The expansion of MDSCs was shown to be beneficial by increasing immune surveillance and innate immune responses in different injury models (17, 25). In addition to their suppressive effects on adaptive immune responses, MDSCs have also been reported to regulate innate immune responses by modulating macrophage cytokine production.
Our findings suggest that, early after burn (i.e., 3 days), there is a transition in the myeloid cell population at the injury site from a traditional macrophage phenotype (F4/80+) to a MDSC phenotype (i.e., Gr1+), as in WT mice, MDSC numbers increased and the numbers of F4/80+ cells decreased.
The lack of γδ T cells profoundly influenced the myeloid cell populations at the wound site. Relative to WT mice, the numbers of CD11b+, F480+, and Gr1+ myeloid cells markedly increased after burn. This supports the concept that γδ T cells at the burn wound site can act to suppress myeloid cell influx. In sharp contrast, Jameson et al. (23) have shown that γδ T cells are essential in the rapid migration of macrophages to the wound site in a murine punch wound model. These differences between our study and that of Jameson et al. may be, in part, related to the type of injury (burn versus punch wound) and the overall systemic inflammatory response associated with burn as opposed to an isolated punch wound injury that would induce a minimal systemic response. We have previously shown that punch wound closure rates are suppressed in burn mice (37), supporting the concept that the wound inflammatory response differs between these two models.
Although γδ T cells are the predominant dermal T cells in the mouse skin, in humans, the majority of the T cells are of αβ TCR lineage (19, 40). Nonetheless, it is clear from different clinical studies that γδ T cells, in human skin, play an important role in dermal pathologies, such as systemic lupus erythemoatosis, leprosy, leishmaniasis, and malignancies (41, 42). Thus, although the absolute numbers of γδ T cells in human skin may be less than that observed in rodents, they are an active cell population in humans and their role in human dermal pathology is clearly evident.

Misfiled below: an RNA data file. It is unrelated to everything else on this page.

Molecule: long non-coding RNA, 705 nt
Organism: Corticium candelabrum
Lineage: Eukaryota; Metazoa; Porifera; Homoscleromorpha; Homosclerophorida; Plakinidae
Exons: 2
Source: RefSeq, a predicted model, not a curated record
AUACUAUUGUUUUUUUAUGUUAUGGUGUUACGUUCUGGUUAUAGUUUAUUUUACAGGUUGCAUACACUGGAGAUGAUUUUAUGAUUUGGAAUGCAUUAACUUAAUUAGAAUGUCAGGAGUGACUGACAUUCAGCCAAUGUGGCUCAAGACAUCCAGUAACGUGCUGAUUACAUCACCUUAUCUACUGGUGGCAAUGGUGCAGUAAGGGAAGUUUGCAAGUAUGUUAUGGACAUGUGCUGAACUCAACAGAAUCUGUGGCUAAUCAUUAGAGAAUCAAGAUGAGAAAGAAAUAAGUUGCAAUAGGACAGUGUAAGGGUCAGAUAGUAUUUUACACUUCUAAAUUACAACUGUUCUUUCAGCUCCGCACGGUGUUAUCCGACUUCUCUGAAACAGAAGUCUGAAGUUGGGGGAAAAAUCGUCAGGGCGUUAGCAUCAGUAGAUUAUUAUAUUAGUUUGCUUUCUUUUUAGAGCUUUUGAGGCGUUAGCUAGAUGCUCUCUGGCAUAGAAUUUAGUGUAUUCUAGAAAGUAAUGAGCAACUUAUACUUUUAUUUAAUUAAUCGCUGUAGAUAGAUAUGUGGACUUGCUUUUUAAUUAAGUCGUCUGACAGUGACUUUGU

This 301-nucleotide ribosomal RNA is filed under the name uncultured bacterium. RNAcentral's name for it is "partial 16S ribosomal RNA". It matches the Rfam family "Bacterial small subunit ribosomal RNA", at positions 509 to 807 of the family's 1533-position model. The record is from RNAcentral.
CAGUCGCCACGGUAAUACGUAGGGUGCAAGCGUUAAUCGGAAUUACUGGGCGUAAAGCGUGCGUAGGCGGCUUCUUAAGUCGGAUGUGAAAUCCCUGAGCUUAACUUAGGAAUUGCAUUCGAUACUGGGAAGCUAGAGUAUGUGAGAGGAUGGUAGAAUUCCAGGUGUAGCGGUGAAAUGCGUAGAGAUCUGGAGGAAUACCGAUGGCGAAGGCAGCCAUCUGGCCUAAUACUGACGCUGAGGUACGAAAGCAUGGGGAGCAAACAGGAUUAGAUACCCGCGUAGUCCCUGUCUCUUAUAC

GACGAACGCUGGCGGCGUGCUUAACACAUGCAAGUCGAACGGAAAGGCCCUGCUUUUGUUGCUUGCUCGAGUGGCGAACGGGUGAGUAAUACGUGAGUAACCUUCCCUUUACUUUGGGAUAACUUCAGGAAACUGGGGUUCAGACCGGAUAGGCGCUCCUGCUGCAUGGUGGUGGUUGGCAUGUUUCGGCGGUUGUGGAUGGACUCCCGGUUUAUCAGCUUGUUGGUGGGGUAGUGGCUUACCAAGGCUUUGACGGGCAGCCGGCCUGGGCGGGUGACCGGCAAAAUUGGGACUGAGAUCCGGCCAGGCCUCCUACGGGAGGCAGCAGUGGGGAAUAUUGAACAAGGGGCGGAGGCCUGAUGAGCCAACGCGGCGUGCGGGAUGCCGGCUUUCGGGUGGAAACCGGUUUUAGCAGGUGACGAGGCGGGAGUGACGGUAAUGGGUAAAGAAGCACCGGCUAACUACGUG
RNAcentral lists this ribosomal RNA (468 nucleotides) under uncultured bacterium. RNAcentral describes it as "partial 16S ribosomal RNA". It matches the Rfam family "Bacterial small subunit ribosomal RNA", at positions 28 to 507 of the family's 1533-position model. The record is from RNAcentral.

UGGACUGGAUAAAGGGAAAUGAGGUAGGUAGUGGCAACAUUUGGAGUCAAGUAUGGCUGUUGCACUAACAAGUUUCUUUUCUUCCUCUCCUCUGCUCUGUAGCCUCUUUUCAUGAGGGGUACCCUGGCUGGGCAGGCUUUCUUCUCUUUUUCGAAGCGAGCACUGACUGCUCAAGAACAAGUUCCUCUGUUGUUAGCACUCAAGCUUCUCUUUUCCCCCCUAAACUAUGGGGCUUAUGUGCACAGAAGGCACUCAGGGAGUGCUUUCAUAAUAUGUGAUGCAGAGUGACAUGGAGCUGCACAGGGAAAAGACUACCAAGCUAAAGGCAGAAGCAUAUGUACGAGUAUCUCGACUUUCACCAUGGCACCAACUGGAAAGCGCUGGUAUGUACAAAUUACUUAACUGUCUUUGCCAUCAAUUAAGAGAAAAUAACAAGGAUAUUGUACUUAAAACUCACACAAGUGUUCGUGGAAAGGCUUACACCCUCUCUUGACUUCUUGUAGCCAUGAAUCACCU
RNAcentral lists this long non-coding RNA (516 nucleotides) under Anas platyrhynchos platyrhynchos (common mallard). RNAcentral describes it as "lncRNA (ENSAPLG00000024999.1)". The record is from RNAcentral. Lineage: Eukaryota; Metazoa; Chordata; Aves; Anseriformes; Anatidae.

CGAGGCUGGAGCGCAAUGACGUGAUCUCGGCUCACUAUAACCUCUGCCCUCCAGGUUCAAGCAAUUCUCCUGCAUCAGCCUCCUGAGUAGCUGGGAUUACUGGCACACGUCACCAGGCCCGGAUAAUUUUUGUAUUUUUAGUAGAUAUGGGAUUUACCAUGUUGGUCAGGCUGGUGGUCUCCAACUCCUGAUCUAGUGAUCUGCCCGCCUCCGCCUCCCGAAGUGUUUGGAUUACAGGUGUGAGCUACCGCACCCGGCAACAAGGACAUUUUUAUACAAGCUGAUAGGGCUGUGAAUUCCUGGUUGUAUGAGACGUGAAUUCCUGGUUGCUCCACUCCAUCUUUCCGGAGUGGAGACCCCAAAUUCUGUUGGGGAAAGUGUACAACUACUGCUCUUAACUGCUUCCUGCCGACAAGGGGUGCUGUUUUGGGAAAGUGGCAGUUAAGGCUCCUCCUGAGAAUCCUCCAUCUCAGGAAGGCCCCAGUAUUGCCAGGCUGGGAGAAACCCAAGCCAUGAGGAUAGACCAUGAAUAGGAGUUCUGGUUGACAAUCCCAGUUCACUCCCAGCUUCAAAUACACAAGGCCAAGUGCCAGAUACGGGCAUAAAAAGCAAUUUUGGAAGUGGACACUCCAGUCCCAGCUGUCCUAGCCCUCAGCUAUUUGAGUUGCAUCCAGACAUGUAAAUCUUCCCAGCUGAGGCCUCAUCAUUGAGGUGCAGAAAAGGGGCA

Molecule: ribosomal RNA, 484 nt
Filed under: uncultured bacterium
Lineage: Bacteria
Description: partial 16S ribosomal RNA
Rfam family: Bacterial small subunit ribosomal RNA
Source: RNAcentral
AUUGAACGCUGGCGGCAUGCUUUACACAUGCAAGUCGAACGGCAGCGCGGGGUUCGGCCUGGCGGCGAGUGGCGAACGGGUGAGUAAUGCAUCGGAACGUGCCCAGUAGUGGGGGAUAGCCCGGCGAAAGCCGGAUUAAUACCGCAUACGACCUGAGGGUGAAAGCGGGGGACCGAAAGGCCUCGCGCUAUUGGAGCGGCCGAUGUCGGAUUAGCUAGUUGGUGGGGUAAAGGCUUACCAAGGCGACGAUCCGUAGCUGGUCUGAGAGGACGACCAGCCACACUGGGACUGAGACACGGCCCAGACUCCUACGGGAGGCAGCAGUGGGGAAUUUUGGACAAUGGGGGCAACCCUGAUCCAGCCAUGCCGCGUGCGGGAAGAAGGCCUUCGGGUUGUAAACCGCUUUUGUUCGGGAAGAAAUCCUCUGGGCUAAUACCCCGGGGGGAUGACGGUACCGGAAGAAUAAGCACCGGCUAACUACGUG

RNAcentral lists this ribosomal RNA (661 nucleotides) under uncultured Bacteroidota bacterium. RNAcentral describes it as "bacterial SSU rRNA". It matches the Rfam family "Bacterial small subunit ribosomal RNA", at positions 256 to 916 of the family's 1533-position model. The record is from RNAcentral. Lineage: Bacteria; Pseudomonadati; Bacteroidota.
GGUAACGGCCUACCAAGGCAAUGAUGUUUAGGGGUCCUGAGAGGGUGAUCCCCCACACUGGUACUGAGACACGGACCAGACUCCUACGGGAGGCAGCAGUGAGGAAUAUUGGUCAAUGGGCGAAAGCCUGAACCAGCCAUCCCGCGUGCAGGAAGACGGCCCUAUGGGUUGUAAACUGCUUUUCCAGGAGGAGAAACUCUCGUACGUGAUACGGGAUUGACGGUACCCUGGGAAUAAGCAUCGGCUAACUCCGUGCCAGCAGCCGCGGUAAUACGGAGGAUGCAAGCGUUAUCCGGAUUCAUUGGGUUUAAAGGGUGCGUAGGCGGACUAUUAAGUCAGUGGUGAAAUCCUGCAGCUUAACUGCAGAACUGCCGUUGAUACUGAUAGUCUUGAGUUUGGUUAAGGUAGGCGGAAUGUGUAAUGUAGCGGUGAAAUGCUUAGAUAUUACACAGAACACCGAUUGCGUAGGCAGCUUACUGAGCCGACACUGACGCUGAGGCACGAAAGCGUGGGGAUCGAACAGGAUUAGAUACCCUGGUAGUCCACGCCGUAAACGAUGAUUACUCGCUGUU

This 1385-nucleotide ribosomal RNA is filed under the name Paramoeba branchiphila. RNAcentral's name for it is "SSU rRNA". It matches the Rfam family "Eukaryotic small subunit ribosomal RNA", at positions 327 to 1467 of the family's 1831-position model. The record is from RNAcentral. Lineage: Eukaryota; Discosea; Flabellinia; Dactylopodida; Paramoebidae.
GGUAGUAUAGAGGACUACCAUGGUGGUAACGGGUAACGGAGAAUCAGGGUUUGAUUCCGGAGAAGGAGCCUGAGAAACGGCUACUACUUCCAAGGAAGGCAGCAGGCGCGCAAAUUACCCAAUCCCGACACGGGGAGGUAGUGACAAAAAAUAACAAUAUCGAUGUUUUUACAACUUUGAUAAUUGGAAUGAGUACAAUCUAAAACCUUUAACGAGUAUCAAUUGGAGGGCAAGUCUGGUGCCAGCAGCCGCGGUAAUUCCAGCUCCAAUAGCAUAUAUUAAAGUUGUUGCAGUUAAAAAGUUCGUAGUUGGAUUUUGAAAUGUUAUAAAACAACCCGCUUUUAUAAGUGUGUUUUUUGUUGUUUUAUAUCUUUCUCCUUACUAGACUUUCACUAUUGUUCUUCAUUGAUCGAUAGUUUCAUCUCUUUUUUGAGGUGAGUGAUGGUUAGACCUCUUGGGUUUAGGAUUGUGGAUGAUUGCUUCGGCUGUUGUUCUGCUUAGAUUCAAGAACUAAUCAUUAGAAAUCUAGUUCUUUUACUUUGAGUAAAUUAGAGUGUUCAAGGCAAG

In the current study, in parallel to the infiltration of myeloid cells and MDSCs, we also observed an increase in the number of inflammatory cytokines and chemokines such as, IL-1β, IL-6, TNF-α, MIP-1α, MIP-1β, and monocyte chemoattractant protein 1 at the burn site. The levels of epidermal TNF-α, MIP-1α, and MIP-1β were further elevated in the injured skin of δ TCR-/- mice compared with WT mice. These data are consistent with our previous findings by Oppeltz et al. (39). In contrast, a study by Daniel et al. (9) showed a profound attenuation in cytokine/chemokine levels at the wound site in δ TCR-/- mice. This suggests that γδ T cell–mediated regulation of resident immune cells (in the current study) and that of infiltrating cells in the study by Daniel et al. (9) are markedly different.
In conclusion, γδ T cells play in important role in myeloid cell recruitment to the wound site early after burn and appear to act to transition the wound from an inflammatory stage to a proliferative stage of healing. Based on these findings and that wound healing after burn is a relevant clinical problem and clearer understanding of potential targets of therapeutic intervention (i.e., γδ T cells and MDSCs), data may provide improvements in burn care, leading to decreased morbidity and mortality.
These findings were presented in part at the Experimental Biology 2013 in Boston, Mass. MR was responsible for the animal experiments, cell isolation, FACs, data analysis, and drafting of the manuscript. QZ was responsible for the animal experiments and cell isolation. MGS was responsible for scientific conception, design, and interpretation and assisted in the final drafting of the manuscript. All authors read and approved the final version of the manuscript. The opinions or assertions contained herein are the private views of the author and are not to be construed as official or as reflecting the views of the Department of the Army or the Department of Defense.